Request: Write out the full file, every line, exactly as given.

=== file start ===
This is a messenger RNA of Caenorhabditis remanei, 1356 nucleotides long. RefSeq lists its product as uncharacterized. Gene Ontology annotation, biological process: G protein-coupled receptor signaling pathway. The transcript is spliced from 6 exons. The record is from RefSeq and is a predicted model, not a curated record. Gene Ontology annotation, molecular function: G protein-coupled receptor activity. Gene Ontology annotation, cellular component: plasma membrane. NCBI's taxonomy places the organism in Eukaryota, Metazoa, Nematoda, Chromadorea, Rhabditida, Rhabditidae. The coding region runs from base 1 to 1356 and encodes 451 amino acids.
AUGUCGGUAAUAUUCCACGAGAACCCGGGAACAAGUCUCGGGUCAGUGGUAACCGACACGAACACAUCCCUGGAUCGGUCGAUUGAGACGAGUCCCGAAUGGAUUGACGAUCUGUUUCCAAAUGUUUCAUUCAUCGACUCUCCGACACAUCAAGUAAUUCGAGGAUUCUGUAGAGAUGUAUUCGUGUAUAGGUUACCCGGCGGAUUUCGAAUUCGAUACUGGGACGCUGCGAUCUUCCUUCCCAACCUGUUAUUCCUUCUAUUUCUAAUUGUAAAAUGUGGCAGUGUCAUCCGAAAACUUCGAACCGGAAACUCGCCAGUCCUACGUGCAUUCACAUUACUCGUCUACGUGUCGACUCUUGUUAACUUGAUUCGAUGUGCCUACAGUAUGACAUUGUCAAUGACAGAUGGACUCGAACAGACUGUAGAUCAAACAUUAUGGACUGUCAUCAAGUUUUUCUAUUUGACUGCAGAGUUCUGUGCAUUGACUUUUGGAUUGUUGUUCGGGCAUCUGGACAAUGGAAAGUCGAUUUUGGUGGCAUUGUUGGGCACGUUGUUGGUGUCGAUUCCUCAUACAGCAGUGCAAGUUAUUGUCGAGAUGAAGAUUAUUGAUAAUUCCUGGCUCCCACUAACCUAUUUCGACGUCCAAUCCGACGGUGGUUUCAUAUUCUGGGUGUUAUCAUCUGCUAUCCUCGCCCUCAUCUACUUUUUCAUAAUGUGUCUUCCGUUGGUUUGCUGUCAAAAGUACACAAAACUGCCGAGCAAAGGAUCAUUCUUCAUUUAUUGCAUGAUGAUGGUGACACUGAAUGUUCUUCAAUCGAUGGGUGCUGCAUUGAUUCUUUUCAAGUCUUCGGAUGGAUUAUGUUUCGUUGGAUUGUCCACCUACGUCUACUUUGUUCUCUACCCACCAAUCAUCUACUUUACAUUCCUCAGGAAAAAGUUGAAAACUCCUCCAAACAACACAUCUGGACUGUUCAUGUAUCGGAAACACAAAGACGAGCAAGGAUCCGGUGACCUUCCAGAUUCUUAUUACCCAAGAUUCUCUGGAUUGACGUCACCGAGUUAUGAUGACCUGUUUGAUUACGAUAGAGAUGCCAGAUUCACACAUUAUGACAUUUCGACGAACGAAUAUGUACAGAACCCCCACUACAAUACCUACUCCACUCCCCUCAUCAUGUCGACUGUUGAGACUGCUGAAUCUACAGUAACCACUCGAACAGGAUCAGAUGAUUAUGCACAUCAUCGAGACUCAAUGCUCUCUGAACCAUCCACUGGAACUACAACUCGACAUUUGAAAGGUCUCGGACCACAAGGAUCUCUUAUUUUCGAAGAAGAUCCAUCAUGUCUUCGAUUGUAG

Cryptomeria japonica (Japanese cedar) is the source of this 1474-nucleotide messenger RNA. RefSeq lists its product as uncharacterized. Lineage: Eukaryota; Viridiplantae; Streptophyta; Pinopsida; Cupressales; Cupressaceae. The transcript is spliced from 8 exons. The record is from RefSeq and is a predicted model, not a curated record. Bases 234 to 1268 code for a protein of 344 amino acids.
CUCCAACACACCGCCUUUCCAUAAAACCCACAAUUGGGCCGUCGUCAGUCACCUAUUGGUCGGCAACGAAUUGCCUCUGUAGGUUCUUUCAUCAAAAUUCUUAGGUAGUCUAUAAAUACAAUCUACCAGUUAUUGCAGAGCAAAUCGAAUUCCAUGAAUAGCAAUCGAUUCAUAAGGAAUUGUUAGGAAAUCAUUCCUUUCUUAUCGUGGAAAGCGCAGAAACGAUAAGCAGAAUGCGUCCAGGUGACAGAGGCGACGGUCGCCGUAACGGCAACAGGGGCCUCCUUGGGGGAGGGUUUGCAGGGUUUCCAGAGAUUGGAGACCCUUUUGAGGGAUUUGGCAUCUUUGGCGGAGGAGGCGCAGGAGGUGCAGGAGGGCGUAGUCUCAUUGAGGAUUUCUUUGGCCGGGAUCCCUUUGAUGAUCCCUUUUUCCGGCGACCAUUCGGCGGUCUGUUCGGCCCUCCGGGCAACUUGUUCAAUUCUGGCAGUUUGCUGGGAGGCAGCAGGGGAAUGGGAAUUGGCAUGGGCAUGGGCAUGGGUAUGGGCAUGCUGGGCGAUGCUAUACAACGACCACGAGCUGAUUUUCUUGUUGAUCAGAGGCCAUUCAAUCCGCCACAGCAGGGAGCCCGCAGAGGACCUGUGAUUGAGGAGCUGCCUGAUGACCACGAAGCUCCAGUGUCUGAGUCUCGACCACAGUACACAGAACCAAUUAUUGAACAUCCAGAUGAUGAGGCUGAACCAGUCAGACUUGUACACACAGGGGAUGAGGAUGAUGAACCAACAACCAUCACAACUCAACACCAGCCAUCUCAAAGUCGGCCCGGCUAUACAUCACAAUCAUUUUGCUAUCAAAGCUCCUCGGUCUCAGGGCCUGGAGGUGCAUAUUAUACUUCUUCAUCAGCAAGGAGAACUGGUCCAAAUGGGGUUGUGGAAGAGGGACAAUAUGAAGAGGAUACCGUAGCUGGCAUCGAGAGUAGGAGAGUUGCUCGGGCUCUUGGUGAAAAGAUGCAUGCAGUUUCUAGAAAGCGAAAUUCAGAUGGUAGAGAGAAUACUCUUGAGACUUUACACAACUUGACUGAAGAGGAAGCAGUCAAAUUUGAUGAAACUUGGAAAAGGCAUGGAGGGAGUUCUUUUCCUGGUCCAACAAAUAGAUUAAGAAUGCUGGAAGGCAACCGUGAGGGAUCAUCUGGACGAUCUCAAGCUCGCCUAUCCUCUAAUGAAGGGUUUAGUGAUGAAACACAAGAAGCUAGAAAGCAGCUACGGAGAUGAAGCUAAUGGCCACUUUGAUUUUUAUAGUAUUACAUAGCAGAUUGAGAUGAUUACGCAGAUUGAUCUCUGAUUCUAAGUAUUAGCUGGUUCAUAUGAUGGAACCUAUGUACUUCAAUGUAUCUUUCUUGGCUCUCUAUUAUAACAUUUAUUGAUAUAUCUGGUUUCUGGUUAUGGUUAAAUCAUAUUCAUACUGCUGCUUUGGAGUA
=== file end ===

This is a messenger RNA of Caenorhabditis remanei, 1356 nucleotides long. RefSeq lists its product as uncharacterized. Gene Ontology annotation, biological process: G protein-coupled receptor signaling pathway. The transcript is spliced from 6 exons. The record is from RefSeq and is a predicted model, not a curated record. Gene Ontology annotation, molecular function: G protein-coupled receptor activity. Gene Ontology annotation, cellular component: plasma membrane. NCBI's taxonomy places the organism in Eukaryota, Metazoa, Nematoda, Chromadorea, Rhabditida, Rhabditidae. The coding region runs from base 1 to 1356 and encodes 451 amino acids.
AUGUCGGUAAUAUUCCACGAGAACCCGGGAACAAGUCUCGGGUCAGUGGUAACCGACACGAACACAUCCCUGGAUCGGUCGAUUGAGACGAGUCCCGAAUGGAUUGACGAUCUGUUUCCAAAUGUUUCAUUCAUCGACUCUCCGACACAUCAAGUAAUUCGAGGAUUCUGUAGAGAUGUAUUCGUGUAUAGGUUACCCGGCGGAUUUCGAAUUCGAUACUGGGACGCUGCGAUCUUCCUUCCCAACCUGUUAUUCCUUCUAUUUCUAAUUGUAAAAUGUGGCAGUGUCAUCCGAAAACUUCGAACCGGAAACUCGCCAGUCCUACGUGCAUUCACAUUACUCGUCUACGUGUCGACUCUUGUUAACUUGAUUCGAUGUGCCUACAGUAUGACAUUGUCAAUGACAGAUGGACUCGAACAGACUGUAGAUCAAACAUUAUGGACUGUCAUCAAGUUUUUCUAUUUGACUGCAGAGUUCUGUGCAUUGACUUUUGGAUUGUUGUUCGGGCAUCUGGACAAUGGAAAGUCGAUUUUGGUGGCAUUGUUGGGCACGUUGUUGGUGUCGAUUCCUCAUACAGCAGUGCAAGUUAUUGUCGAGAUGAAGAUUAUUGAUAAUUCCUGGCUCCCACUAACCUAUUUCGACGUCCAAUCCGACGGUGGUUUCAUAUUCUGGGUGUUAUCAUCUGCUAUCCUCGCCCUCAUCUACUUUUUCAUAAUGUGUCUUCCGUUGGUUUGCUGUCAAAAGUACACAAAACUGCCGAGCAAAGGAUCAUUCUUCAUUUAUUGCAUGAUGAUGGUGACACUGAAUGUUCUUCAAUCGAUGGGUGCUGCAUUGAUUCUUUUCAAGUCUUCGGAUGGAUUAUGUUUCGUUGGAUUGUCCACCUACGUCUACUUUGUUCUCUACCCACCAAUCAUCUACUUUACAUUCCUCAGGAAAAAGUUGAAAACUCCUCCAAACAACACAUCUGGACUGUUCAUGUAUCGGAAACACAAAGACGAGCAAGGAUCCGGUGACCUUCCAGAUUCUUAUUACCCAAGAUUCUCUGGAUUGACGUCACCGAGUUAUGAUGACCUGUUUGAUUACGAUAGAGAUGCCAGAUUCACACAUUAUGACAUUUCGACGAACGAAUAUGUACAGAACCCCCACUACAAUACCUACUCCACUCCCCUCAUCAUGUCGACUGUUGAGACUGCUGAAUCUACAGUAACCACUCGAACAGGAUCAGAUGAUUAUGCACAUCAUCGAGACUCAAUGCUCUCUGAACCAUCCACUGGAACUACAACUCGACAUUUGAAAGGUCUCGGACCACAAGGAUCUCUUAUUUUCGAAGAAGAUCCAUCAUGUCUUCGAUUGUAG

Cryptomeria japonica (Japanese cedar) is the source of this 1474-nucleotide messenger RNA. RefSeq lists its product as uncharacterized. Lineage: Eukaryota; Viridiplantae; Streptophyta; Pinopsida; Cupressales; Cupressaceae. The transcript is spliced from 8 exons. The record is from RefSeq and is a predicted model, not a curated record. Bases 234 to 1268 code for a protein of 344 amino acids.
CUCCAACACACCGCCUUUCCAUAAAACCCACAAUUGGGCCGUCGUCAGUCACCUAUUGGUCGGCAACGAAUUGCCUCUGUAGGUUCUUUCAUCAAAAUUCUUAGGUAGUCUAUAAAUACAAUCUACCAGUUAUUGCAGAGCAAAUCGAAUUCCAUGAAUAGCAAUCGAUUCAUAAGGAAUUGUUAGGAAAUCAUUCCUUUCUUAUCGUGGAAAGCGCAGAAACGAUAAGCAGAAUGCGUCCAGGUGACAGAGGCGACGGUCGCCGUAACGGCAACAGGGGCCUCCUUGGGGGAGGGUUUGCAGGGUUUCCAGAGAUUGGAGACCCUUUUGAGGGAUUUGGCAUCUUUGGCGGAGGAGGCGCAGGAGGUGCAGGAGGGCGUAGUCUCAUUGAGGAUUUCUUUGGCCGGGAUCCCUUUGAUGAUCCCUUUUUCCGGCGACCAUUCGGCGGUCUGUUCGGCCCUCCGGGCAACUUGUUCAAUUCUGGCAGUUUGCUGGGAGGCAGCAGGGGAAUGGGAAUUGGCAUGGGCAUGGGCAUGGGUAUGGGCAUGCUGGGCGAUGCUAUACAACGACCACGAGCUGAUUUUCUUGUUGAUCAGAGGCCAUUCAAUCCGCCACAGCAGGGAGCCCGCAGAGGACCUGUGAUUGAGGAGCUGCCUGAUGACCACGAAGCUCCAGUGUCUGAGUCUCGACCACAGUACACAGAACCAAUUAUUGAACAUCCAGAUGAUGAGGCUGAACCAGUCAGACUUGUACACACAGGGGAUGAGGAUGAUGAACCAACAACCAUCACAACUCAACACCAGCCAUCUCAAAGUCGGCCCGGCUAUACAUCACAAUCAUUUUGCUAUCAAAGCUCCUCGGUCUCAGGGCCUGGAGGUGCAUAUUAUACUUCUUCAUCAGCAAGGAGAACUGGUCCAAAUGGGGUUGUGGAAGAGGGACAAUAUGAAGAGGAUACCGUAGCUGGCAUCGAGAGUAGGAGAGUUGCUCGGGCUCUUGGUGAAAAGAUGCAUGCAGUUUCUAGAAAGCGAAAUUCAGAUGGUAGAGAGAAUACUCUUGAGACUUUACACAACUUGACUGAAGAGGAAGCAGUCAAAUUUGAUGAAACUUGGAAAAGGCAUGGAGGGAGUUCUUUUCCUGGUCCAACAAAUAGAUUAAGAAUGCUGGAAGGCAACCGUGAGGGAUCAUCUGGACGAUCUCAAGCUCGCCUAUCCUCUAAUGAAGGGUUUAGUGAUGAAACACAAGAAGCUAGAAAGCAGCUACGGAGAUGAAGCUAAUGGCCACUUUGAUUUUUAUAGUAUUACAUAGCAGAUUGAGAUGAUUACGCAGAUUGAUCUCUGAUUCUAAGUAUUAGCUGGUUCAUAUGAUGGAACCUAUGUACUUCAAUGUAUCUUUCUUGGCUCUCUAUUAUAACAUUUAUUGAUAUAUCUGGUUUCUGGUUAUGGUUAAAUCAUAUUCAUACUGCUGCUUUGGAGUA